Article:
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New Chapter

I started Culinary School a week ago. It took me a while to decide whether or not I wanted to do it but here I am. The first week has given me a bit of insight as to what I can expect and it seems like it will be a big change from studying Economics. Never before have I been so excited about the academic side of school!

Unfortunately, I will be tied up with balancing school & work so I will no longer be committing to publishing something I made every single Monday. Instead I will be blogging about what I learn in culinary school in my new section which you can find here. I will continue to update you with my creations however I suspect they may be published on a slightly less consistent basis.

On another note, I wanted to mark my official full commitment to following my dreams with an upgrade in equipment. For the past 3 years I have been using Calphalon’s contemporary 8-incher. It was a gift I received during university and it has been thoroughly enjoyed. It was a massive step up from the Selection/Walmart knives I was previously struggling to cut butter with. However, I felt as if it was time to invest in something serious due to the serious nature with which I am diving into food. After doing countless hours of online research, talking to countless people (truthfully only 7 people), and trying out countless knives, I eventually based most of my decision on how uniquely amazing this knife felt in my hand (compared to the competition in my price range). I present to you my new toy/weapon:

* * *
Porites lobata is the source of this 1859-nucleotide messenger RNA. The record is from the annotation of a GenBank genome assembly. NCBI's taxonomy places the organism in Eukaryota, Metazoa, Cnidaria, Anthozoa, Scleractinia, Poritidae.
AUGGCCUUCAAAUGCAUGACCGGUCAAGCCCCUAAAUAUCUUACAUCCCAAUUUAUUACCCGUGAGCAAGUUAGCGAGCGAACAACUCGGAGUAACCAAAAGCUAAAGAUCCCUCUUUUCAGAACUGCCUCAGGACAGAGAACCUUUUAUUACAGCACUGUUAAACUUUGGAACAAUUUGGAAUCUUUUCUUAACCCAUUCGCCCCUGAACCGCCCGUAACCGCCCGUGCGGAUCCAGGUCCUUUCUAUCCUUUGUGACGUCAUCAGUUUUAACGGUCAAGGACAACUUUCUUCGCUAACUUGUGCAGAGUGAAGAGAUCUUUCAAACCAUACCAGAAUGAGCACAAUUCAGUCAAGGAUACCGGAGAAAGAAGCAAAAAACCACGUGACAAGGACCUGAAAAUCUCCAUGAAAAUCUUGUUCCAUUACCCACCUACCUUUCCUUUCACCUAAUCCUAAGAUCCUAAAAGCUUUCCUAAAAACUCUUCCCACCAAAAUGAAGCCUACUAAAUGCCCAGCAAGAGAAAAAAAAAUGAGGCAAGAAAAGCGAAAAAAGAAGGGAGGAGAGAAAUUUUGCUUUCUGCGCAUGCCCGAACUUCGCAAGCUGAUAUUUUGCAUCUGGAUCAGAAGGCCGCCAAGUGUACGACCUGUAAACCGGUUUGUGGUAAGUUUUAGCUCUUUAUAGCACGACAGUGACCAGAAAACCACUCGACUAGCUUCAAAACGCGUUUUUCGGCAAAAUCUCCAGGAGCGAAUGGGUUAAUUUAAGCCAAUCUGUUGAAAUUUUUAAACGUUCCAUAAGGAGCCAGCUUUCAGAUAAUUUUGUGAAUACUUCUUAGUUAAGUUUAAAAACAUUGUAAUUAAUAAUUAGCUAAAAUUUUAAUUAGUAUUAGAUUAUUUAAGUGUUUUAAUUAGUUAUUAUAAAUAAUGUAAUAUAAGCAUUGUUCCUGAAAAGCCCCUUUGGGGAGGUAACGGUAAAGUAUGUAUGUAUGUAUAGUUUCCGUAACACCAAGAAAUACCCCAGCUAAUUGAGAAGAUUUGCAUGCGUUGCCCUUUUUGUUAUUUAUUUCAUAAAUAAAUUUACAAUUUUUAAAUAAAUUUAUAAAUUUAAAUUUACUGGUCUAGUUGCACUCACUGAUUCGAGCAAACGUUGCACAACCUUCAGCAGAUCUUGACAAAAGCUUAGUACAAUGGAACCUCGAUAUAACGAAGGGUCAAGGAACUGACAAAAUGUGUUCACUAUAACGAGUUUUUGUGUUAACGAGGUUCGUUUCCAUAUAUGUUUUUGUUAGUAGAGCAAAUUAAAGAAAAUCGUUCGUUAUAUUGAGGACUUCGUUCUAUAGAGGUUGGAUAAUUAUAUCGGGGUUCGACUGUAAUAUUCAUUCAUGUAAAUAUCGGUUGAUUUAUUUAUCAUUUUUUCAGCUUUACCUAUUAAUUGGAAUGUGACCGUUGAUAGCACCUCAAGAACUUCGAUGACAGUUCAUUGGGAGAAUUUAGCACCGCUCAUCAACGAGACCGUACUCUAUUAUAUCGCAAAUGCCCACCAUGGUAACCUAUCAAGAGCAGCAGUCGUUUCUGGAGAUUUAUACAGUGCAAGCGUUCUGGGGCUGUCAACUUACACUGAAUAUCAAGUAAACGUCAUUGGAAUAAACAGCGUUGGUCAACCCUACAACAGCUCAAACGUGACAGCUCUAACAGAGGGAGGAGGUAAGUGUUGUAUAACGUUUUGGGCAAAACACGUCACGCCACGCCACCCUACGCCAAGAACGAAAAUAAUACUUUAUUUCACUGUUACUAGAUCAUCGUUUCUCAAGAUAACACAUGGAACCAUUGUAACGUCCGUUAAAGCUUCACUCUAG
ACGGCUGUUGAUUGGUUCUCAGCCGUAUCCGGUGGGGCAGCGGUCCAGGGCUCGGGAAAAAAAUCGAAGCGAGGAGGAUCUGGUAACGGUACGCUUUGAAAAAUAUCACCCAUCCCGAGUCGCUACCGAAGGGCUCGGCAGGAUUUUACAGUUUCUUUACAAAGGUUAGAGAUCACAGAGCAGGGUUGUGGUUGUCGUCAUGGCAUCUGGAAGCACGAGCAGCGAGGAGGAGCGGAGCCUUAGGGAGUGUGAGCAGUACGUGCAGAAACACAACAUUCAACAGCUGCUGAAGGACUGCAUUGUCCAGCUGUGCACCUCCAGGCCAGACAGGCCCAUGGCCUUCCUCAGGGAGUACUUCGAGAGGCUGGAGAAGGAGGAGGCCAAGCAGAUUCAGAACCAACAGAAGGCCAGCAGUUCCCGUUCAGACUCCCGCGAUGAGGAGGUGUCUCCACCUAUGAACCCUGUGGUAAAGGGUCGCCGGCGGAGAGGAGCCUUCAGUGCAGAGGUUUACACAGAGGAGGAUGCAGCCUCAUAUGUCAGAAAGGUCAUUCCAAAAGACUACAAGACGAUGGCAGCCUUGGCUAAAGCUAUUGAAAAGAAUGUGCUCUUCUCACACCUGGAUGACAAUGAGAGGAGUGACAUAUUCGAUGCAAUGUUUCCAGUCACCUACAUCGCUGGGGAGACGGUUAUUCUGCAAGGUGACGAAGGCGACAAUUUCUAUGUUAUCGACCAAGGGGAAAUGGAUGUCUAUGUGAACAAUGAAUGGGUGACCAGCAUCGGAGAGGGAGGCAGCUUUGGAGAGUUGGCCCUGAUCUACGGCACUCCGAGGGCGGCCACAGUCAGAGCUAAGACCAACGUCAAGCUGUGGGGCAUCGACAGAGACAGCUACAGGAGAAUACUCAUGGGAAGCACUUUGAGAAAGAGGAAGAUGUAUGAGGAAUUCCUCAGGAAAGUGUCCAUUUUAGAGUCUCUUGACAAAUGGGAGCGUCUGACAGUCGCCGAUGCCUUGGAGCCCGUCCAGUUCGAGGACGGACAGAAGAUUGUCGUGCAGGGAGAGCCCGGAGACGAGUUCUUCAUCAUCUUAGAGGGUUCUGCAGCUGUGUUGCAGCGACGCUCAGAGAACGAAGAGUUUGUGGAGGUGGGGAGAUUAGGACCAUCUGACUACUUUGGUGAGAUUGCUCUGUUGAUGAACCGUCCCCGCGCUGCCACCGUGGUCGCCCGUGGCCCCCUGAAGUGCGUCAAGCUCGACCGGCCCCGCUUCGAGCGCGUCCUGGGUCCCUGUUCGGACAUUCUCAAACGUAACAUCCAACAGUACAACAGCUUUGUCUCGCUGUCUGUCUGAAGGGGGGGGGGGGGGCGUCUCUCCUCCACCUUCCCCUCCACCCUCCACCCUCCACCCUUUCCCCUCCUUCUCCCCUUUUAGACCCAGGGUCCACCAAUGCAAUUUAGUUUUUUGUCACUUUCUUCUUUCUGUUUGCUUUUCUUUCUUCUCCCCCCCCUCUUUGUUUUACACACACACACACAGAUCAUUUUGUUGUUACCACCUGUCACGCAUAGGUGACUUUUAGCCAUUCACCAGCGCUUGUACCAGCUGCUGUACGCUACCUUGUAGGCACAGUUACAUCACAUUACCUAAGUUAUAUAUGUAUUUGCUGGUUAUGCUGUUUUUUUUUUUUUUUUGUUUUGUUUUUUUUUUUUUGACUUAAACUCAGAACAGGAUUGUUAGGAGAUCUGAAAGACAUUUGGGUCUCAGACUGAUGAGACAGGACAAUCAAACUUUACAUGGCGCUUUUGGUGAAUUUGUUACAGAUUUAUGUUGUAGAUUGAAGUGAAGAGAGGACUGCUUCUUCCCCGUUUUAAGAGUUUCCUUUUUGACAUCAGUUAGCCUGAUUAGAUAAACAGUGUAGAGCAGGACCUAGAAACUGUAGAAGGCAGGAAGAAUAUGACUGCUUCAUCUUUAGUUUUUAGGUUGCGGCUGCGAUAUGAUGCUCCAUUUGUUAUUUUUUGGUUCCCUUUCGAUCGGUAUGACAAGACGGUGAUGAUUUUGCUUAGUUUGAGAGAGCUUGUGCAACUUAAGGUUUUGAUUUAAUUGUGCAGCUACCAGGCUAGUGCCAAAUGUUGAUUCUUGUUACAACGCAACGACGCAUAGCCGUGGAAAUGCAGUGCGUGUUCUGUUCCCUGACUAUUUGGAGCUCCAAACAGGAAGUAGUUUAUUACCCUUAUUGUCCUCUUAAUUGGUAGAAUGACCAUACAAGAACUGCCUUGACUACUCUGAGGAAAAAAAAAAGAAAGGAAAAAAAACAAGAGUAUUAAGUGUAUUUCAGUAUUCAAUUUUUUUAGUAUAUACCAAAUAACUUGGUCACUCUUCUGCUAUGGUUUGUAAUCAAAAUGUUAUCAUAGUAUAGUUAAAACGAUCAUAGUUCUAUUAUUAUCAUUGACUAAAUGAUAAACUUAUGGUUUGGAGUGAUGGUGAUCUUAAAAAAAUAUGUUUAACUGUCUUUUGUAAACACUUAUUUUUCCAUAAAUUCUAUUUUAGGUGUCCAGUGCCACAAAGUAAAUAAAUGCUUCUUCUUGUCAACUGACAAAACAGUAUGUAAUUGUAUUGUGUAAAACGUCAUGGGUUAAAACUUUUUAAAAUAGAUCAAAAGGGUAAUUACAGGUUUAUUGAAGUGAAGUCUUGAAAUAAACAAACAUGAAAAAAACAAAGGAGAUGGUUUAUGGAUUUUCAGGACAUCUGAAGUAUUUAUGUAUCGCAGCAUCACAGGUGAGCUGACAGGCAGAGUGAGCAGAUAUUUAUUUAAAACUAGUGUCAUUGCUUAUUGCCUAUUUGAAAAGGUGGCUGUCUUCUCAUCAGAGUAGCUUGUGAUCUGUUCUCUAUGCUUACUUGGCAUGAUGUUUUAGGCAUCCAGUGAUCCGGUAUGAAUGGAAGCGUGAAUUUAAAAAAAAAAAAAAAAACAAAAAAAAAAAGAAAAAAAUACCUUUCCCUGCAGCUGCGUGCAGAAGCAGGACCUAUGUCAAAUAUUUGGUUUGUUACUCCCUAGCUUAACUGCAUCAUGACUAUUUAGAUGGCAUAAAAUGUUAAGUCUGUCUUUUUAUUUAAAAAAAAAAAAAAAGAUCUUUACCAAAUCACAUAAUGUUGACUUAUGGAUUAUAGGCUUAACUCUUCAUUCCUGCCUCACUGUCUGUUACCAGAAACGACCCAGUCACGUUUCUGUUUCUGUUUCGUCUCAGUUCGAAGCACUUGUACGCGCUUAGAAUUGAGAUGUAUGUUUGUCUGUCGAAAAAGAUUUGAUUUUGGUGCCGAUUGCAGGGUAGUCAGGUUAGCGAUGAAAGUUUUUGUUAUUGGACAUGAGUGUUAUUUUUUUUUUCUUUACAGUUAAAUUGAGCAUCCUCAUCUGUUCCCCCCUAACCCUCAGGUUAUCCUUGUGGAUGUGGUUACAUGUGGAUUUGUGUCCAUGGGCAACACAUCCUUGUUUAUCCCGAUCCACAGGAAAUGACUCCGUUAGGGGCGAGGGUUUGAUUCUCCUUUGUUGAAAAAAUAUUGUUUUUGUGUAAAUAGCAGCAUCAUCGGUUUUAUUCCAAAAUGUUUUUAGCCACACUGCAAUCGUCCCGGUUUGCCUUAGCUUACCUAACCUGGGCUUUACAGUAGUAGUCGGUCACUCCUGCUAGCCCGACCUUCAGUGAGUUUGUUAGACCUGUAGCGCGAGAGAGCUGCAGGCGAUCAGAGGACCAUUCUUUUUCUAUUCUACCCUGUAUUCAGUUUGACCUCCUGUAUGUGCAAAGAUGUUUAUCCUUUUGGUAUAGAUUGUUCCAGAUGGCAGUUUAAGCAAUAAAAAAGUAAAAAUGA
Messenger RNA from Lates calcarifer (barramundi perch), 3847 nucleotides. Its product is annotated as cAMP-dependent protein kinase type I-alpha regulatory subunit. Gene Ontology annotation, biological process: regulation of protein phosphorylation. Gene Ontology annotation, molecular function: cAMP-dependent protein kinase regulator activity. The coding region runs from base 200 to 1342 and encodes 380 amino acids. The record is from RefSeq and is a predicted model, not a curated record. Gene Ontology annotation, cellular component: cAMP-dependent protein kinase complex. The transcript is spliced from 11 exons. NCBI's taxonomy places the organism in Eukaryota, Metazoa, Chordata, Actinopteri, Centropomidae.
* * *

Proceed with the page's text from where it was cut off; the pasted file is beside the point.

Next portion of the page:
Mcusta Zanmai Classic Pro

Above is a Mcusta Zanmai Classic Pro Damascus Gyuto. A Gyuto is basically a Japanese version of our western Chefs knife. Gyutos in general have a few key different characteristics which I found I preferred to traditional western knives. My Calphalon had quite the large bolster running down the base of the heel and the Mcusta doesn’t have any bolster at all. This was an unexpected characteristic in a knife I thought I would buy simply because I really enjoyed the large bolster on the Calphalon. However, since first holding the Calphalon, my technique has changed and I find myself chocking up on the handle a lot more these days. Thus, the thinner and harder Japanese blade offers me the option for more sharpness. Furthermore, I have found that food has been less inclined to stick to the blade due to the fact that the knife isn’t pushing through food as much as the Calphalon used to.